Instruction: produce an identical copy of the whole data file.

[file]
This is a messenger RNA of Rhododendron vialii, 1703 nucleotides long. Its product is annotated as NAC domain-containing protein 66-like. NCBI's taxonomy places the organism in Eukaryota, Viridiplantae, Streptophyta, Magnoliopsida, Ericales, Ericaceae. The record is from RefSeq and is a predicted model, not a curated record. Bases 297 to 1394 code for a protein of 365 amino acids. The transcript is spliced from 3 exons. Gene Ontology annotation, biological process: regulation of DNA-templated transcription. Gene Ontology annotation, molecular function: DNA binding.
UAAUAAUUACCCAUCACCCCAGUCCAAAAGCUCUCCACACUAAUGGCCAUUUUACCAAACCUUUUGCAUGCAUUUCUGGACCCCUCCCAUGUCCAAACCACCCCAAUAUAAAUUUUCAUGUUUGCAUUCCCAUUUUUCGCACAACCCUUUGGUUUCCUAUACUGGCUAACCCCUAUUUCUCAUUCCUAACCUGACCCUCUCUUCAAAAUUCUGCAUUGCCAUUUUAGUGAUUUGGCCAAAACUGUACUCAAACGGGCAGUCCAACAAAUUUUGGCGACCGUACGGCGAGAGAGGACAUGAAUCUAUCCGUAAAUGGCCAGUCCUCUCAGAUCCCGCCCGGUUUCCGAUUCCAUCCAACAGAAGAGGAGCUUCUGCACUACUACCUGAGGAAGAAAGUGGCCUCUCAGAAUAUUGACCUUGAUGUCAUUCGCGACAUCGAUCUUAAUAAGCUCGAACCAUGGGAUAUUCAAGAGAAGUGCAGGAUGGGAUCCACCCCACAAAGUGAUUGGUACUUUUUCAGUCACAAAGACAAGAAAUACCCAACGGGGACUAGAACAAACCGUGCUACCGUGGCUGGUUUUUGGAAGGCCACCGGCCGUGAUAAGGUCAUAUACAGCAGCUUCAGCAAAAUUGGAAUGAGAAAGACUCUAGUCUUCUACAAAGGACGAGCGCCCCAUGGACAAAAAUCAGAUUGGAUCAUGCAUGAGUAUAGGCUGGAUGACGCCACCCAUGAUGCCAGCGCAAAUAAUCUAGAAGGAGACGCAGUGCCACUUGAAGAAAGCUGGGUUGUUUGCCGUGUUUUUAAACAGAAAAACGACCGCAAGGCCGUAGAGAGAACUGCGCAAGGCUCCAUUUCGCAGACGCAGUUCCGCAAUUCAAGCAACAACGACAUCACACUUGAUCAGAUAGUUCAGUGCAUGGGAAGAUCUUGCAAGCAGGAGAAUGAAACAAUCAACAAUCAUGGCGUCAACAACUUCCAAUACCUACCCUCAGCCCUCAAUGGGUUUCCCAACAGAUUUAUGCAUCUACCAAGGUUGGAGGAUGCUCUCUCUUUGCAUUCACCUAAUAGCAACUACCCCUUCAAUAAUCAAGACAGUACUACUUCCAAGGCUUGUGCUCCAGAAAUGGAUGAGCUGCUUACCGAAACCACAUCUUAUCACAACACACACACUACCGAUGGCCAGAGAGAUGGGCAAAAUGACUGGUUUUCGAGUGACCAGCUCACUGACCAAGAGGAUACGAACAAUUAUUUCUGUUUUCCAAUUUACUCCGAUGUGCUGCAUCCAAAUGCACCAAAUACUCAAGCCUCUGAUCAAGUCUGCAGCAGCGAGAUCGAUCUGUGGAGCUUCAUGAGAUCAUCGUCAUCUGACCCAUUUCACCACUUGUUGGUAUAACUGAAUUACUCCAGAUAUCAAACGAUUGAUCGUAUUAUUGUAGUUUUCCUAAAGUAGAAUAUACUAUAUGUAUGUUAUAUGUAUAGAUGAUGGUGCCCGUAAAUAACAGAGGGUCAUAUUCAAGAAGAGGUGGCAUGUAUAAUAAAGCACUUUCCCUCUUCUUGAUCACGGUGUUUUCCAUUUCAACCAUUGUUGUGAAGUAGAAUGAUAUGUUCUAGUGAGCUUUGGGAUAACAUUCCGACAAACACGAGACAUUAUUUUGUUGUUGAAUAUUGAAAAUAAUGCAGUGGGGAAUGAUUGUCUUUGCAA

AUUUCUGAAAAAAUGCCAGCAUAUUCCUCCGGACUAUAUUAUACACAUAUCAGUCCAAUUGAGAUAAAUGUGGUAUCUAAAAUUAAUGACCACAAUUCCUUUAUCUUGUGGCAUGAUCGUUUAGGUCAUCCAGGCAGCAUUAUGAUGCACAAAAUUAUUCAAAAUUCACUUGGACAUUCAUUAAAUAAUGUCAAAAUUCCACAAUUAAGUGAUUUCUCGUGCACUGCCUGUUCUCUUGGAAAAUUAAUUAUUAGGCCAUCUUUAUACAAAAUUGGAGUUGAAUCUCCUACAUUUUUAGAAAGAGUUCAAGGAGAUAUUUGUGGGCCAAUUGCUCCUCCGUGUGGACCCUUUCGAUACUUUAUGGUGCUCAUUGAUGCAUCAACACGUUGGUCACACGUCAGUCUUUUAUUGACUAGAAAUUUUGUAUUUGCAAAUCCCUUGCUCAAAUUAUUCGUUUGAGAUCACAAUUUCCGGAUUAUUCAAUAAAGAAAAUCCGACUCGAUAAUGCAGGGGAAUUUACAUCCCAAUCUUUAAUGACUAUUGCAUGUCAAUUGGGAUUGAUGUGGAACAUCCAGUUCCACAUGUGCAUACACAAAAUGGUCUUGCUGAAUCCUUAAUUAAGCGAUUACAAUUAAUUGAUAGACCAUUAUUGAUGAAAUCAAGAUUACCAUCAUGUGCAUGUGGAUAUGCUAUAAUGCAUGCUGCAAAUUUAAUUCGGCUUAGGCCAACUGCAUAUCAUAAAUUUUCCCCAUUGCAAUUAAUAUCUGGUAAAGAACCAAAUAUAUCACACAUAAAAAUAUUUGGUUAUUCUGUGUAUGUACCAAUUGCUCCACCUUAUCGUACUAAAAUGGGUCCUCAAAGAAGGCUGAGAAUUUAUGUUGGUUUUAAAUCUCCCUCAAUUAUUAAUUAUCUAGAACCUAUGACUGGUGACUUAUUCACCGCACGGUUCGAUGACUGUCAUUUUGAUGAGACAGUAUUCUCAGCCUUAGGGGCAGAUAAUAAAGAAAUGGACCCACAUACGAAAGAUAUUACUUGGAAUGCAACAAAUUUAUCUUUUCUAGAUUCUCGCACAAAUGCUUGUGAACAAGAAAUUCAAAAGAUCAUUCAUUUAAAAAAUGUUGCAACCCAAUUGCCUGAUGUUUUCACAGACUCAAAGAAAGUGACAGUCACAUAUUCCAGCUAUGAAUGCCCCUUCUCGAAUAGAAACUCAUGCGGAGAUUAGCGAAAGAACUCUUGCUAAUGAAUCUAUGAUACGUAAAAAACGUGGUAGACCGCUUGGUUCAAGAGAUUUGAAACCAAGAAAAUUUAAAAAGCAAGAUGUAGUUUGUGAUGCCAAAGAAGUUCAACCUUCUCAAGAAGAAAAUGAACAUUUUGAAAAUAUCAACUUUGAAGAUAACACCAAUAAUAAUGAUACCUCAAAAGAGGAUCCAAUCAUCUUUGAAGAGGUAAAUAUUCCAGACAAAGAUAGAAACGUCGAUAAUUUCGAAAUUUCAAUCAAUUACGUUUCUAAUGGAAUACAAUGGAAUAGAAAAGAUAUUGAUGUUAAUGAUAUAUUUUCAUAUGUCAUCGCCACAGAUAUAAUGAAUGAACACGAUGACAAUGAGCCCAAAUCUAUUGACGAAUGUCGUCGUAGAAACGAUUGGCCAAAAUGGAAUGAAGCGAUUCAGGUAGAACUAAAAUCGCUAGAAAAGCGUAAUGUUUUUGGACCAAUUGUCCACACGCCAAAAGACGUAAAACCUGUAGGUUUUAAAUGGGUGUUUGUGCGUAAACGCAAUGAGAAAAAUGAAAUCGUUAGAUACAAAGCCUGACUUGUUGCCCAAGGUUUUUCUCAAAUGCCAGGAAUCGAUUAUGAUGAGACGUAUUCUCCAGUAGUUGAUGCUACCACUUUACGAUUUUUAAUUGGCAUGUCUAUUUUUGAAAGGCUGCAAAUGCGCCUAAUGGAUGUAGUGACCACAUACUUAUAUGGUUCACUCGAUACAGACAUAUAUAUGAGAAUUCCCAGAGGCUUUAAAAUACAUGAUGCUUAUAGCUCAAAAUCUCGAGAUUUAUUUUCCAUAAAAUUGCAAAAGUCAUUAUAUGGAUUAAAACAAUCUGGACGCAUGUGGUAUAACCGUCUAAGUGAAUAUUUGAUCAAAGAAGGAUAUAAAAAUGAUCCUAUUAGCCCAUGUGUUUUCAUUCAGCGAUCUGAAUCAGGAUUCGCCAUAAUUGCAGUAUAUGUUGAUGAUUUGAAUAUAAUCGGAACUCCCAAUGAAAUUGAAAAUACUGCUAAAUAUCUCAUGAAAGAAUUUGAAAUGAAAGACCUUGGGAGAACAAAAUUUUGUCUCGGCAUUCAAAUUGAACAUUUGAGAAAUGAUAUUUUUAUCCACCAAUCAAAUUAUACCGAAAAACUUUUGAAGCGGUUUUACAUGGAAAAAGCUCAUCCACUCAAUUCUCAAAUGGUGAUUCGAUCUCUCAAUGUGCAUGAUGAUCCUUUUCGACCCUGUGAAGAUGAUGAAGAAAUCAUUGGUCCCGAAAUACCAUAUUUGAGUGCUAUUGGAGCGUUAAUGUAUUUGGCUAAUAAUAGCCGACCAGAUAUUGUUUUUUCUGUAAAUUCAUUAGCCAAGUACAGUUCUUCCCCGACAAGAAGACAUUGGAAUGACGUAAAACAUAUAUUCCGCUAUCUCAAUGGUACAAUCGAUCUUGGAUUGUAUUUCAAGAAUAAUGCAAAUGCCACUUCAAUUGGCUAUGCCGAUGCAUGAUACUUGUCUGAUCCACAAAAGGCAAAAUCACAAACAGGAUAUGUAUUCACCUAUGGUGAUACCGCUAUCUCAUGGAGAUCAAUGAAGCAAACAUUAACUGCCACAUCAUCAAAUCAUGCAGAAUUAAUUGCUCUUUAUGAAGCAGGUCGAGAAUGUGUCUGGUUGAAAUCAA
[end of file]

This is a messenger RNA of Rhododendron vialii, 1703 nucleotides long. Its product is annotated as NAC domain-containing protein 66-like. NCBI's taxonomy places the organism in Eukaryota, Viridiplantae, Streptophyta, Magnoliopsida, Ericales, Ericaceae. The record is from RefSeq and is a predicted model, not a curated record. Bases 297 to 1394 code for a protein of 365 amino acids. The transcript is spliced from 3 exons. Gene Ontology annotation, biological process: regulation of DNA-templated transcription. Gene Ontology annotation, molecular function: DNA binding.
UAAUAAUUACCCAUCACCCCAGUCCAAAAGCUCUCCACACUAAUGGCCAUUUUACCAAACCUUUUGCAUGCAUUUCUGGACCCCUCCCAUGUCCAAACCACCCCAAUAUAAAUUUUCAUGUUUGCAUUCCCAUUUUUCGCACAACCCUUUGGUUUCCUAUACUGGCUAACCCCUAUUUCUCAUUCCUAACCUGACCCUCUCUUCAAAAUUCUGCAUUGCCAUUUUAGUGAUUUGGCCAAAACUGUACUCAAACGGGCAGUCCAACAAAUUUUGGCGACCGUACGGCGAGAGAGGACAUGAAUCUAUCCGUAAAUGGCCAGUCCUCUCAGAUCCCGCCCGGUUUCCGAUUCCAUCCAACAGAAGAGGAGCUUCUGCACUACUACCUGAGGAAGAAAGUGGCCUCUCAGAAUAUUGACCUUGAUGUCAUUCGCGACAUCGAUCUUAAUAAGCUCGAACCAUGGGAUAUUCAAGAGAAGUGCAGGAUGGGAUCCACCCCACAAAGUGAUUGGUACUUUUUCAGUCACAAAGACAAGAAAUACCCAACGGGGACUAGAACAAACCGUGCUACCGUGGCUGGUUUUUGGAAGGCCACCGGCCGUGAUAAGGUCAUAUACAGCAGCUUCAGCAAAAUUGGAAUGAGAAAGACUCUAGUCUUCUACAAAGGACGAGCGCCCCAUGGACAAAAAUCAGAUUGGAUCAUGCAUGAGUAUAGGCUGGAUGACGCCACCCAUGAUGCCAGCGCAAAUAAUCUAGAAGGAGACGCAGUGCCACUUGAAGAAAGCUGGGUUGUUUGCCGUGUUUUUAAACAGAAAAACGACCGCAAGGCCGUAGAGAGAACUGCGCAAGGCUCCAUUUCGCAGACGCAGUUCCGCAAUUCAAGCAACAACGACAUCACACUUGAUCAGAUAGUUCAGUGCAUGGGAAGAUCUUGCAAGCAGGAGAAUGAAACAAUCAACAAUCAUGGCGUCAACAACUUCCAAUACCUACCCUCAGCCCUCAAUGGGUUUCCCAACAGAUUUAUGCAUCUACCAAGGUUGGAGGAUGCUCUCUCUUUGCAUUCACCUAAUAGCAACUACCCCUUCAAUAAUCAAGACAGUACUACUUCCAAGGCUUGUGCUCCAGAAAUGGAUGAGCUGCUUACCGAAACCACAUCUUAUCACAACACACACACUACCGAUGGCCAGAGAGAUGGGCAAAAUGACUGGUUUUCGAGUGACCAGCUCACUGACCAAGAGGAUACGAACAAUUAUUUCUGUUUUCCAAUUUACUCCGAUGUGCUGCAUCCAAAUGCACCAAAUACUCAAGCCUCUGAUCAAGUCUGCAGCAGCGAGAUCGAUCUGUGGAGCUUCAUGAGAUCAUCGUCAUCUGACCCAUUUCACCACUUGUUGGUAUAACUGAAUUACUCCAGAUAUCAAACGAUUGAUCGUAUUAUUGUAGUUUUCCUAAAGUAGAAUAUACUAUAUGUAUGUUAUAUGUAUAGAUGAUGGUGCCCGUAAAUAACAGAGGGUCAUAUUCAAGAAGAGGUGGCAUGUAUAAUAAAGCACUUUCCCUCUUCUUGAUCACGGUGUUUUCCAUUUCAACCAUUGUUGUGAAGUAGAAUGAUAUGUUCUAGUGAGCUUUGGGAUAACAUUCCGACAAACACGAGACAUUAUUUUGUUGUUGAAUAUUGAAAAUAAUGCAGUGGGGAAUGAUUGUCUUUGCAA

AUUUCUGAAAAAAUGCCAGCAUAUUCCUCCGGACUAUAUUAUACACAUAUCAGUCCAAUUGAGAUAAAUGUGGUAUCUAAAAUUAAUGACCACAAUUCCUUUAUCUUGUGGCAUGAUCGUUUAGGUCAUCCAGGCAGCAUUAUGAUGCACAAAAUUAUUCAAAAUUCACUUGGACAUUCAUUAAAUAAUGUCAAAAUUCCACAAUUAAGUGAUUUCUCGUGCACUGCCUGUUCUCUUGGAAAAUUAAUUAUUAGGCCAUCUUUAUACAAAAUUGGAGUUGAAUCUCCUACAUUUUUAGAAAGAGUUCAAGGAGAUAUUUGUGGGCCAAUUGCUCCUCCGUGUGGACCCUUUCGAUACUUUAUGGUGCUCAUUGAUGCAUCAACACGUUGGUCACACGUCAGUCUUUUAUUGACUAGAAAUUUUGUAUUUGCAAAUCCCUUGCUCAAAUUAUUCGUUUGAGAUCACAAUUUCCGGAUUAUUCAAUAAAGAAAAUCCGACUCGAUAAUGCAGGGGAAUUUACAUCCCAAUCUUUAAUGACUAUUGCAUGUCAAUUGGGAUUGAUGUGGAACAUCCAGUUCCACAUGUGCAUACACAAAAUGGUCUUGCUGAAUCCUUAAUUAAGCGAUUACAAUUAAUUGAUAGACCAUUAUUGAUGAAAUCAAGAUUACCAUCAUGUGCAUGUGGAUAUGCUAUAAUGCAUGCUGCAAAUUUAAUUCGGCUUAGGCCAACUGCAUAUCAUAAAUUUUCCCCAUUGCAAUUAAUAUCUGGUAAAGAACCAAAUAUAUCACACAUAAAAAUAUUUGGUUAUUCUGUGUAUGUACCAAUUGCUCCACCUUAUCGUACUAAAAUGGGUCCUCAAAGAAGGCUGAGAAUUUAUGUUGGUUUUAAAUCUCCCUCAAUUAUUAAUUAUCUAGAACCUAUGACUGGUGACUUAUUCACCGCACGGUUCGAUGACUGUCAUUUUGAUGAGACAGUAUUCUCAGCCUUAGGGGCAGAUAAUAAAGAAAUGGACCCACAUACGAAAGAUAUUACUUGGAAUGCAACAAAUUUAUCUUUUCUAGAUUCUCGCACAAAUGCUUGUGAACAAGAAAUUCAAAAGAUCAUUCAUUUAAAAAAUGUUGCAACCCAAUUGCCUGAUGUUUUCACAGACUCAAAGAAAGUGACAGUCACAUAUUCCAGCUAUGAAUGCCCCUUCUCGAAUAGAAACUCAUGCGGAGAUUAGCGAAAGAACUCUUGCUAAUGAAUCUAUGAUACGUAAAAAACGUGGUAGACCGCUUGGUUCAAGAGAUUUGAAACCAAGAAAAUUUAAAAAGCAAGAUGUAGUUUGUGAUGCCAAAGAAGUUCAACCUUCUCAAGAAGAAAAUGAACAUUUUGAAAAUAUCAACUUUGAAGAUAACACCAAUAAUAAUGAUACCUCAAAAGAGGAUCCAAUCAUCUUUGAAGAGGUAAAUAUUCCAGACAAAGAUAGAAACGUCGAUAAUUUCGAAAUUUCAAUCAAUUACGUUUCUAAUGGAAUACAAUGGAAUAGAAAAGAUAUUGAUGUUAAUGAUAUAUUUUCAUAUGUCAUCGCCACAGAUAUAAUGAAUGAACACGAUGACAAUGAGCCCAAAUCUAUUGACGAAUGUCGUCGUAGAAACGAUUGGCCAAAAUGGAAUGAAGCGAUUCAGGUAGAACUAAAAUCGCUAGAAAAGCGUAAUGUUUUUGGACCAAUUGUCCACACGCCAAAAGACGUAAAACCUGUAGGUUUUAAAUGGGUGUUUGUGCGUAAACGCAAUGAGAAAAAUGAAAUCGUUAGAUACAAAGCCUGACUUGUUGCCCAAGGUUUUUCUCAAAUGCCAGGAAUCGAUUAUGAUGAGACGUAUUCUCCAGUAGUUGAUGCUACCACUUUACGAUUUUUAAUUGGCAUGUCUAUUUUUGAAAGGCUGCAAAUGCGCCUAAUGGAUGUAGUGACCACAUACUUAUAUGGUUCACUCGAUACAGACAUAUAUAUGAGAAUUCCCAGAGGCUUUAAAAUACAUGAUGCUUAUAGCUCAAAAUCUCGAGAUUUAUUUUCCAUAAAAUUGCAAAAGUCAUUAUAUGGAUUAAAACAAUCUGGACGCAUGUGGUAUAACCGUCUAAGUGAAUAUUUGAUCAAAGAAGGAUAUAAAAAUGAUCCUAUUAGCCCAUGUGUUUUCAUUCAGCGAUCUGAAUCAGGAUUCGCCAUAAUUGCAGUAUAUGUUGAUGAUUUGAAUAUAAUCGGAACUCCCAAUGAAAUUGAAAAUACUGCUAAAUAUCUCAUGAAAGAAUUUGAAAUGAAAGACCUUGGGAGAACAAAAUUUUGUCUCGGCAUUCAAAUUGAACAUUUGAGAAAUGAUAUUUUUAUCCACCAAUCAAAUUAUACCGAAAAACUUUUGAAGCGGUUUUACAUGGAAAAAGCUCAUCCACUCAAUUCUCAAAUGGUGAUUCGAUCUCUCAAUGUGCAUGAUGAUCCUUUUCGACCCUGUGAAGAUGAUGAAGAAAUCAUUGGUCCCGAAAUACCAUAUUUGAGUGCUAUUGGAGCGUUAAUGUAUUUGGCUAAUAAUAGCCGACCAGAUAUUGUUUUUUCUGUAAAUUCAUUAGCCAAGUACAGUUCUUCCCCGACAAGAAGACAUUGGAAUGACGUAAAACAUAUAUUCCGCUAUCUCAAUGGUACAAUCGAUCUUGGAUUGUAUUUCAAGAAUAAUGCAAAUGCCACUUCAAUUGGCUAUGCCGAUGCAUGAUACUUGUCUGAUCCACAAAAGGCAAAAUCACAAACAGGAUAUGUAUUCACCUAUGGUGAUACCGCUAUCUCAUGGAGAUCAAUGAAGCAAACAUUAACUGCCACAUCAUCAAAUCAUGCAGAAUUAAUUGCUCUUUAUGAAGCAGGUCGAGAAUGUGUCUGGUUGAAAUCAA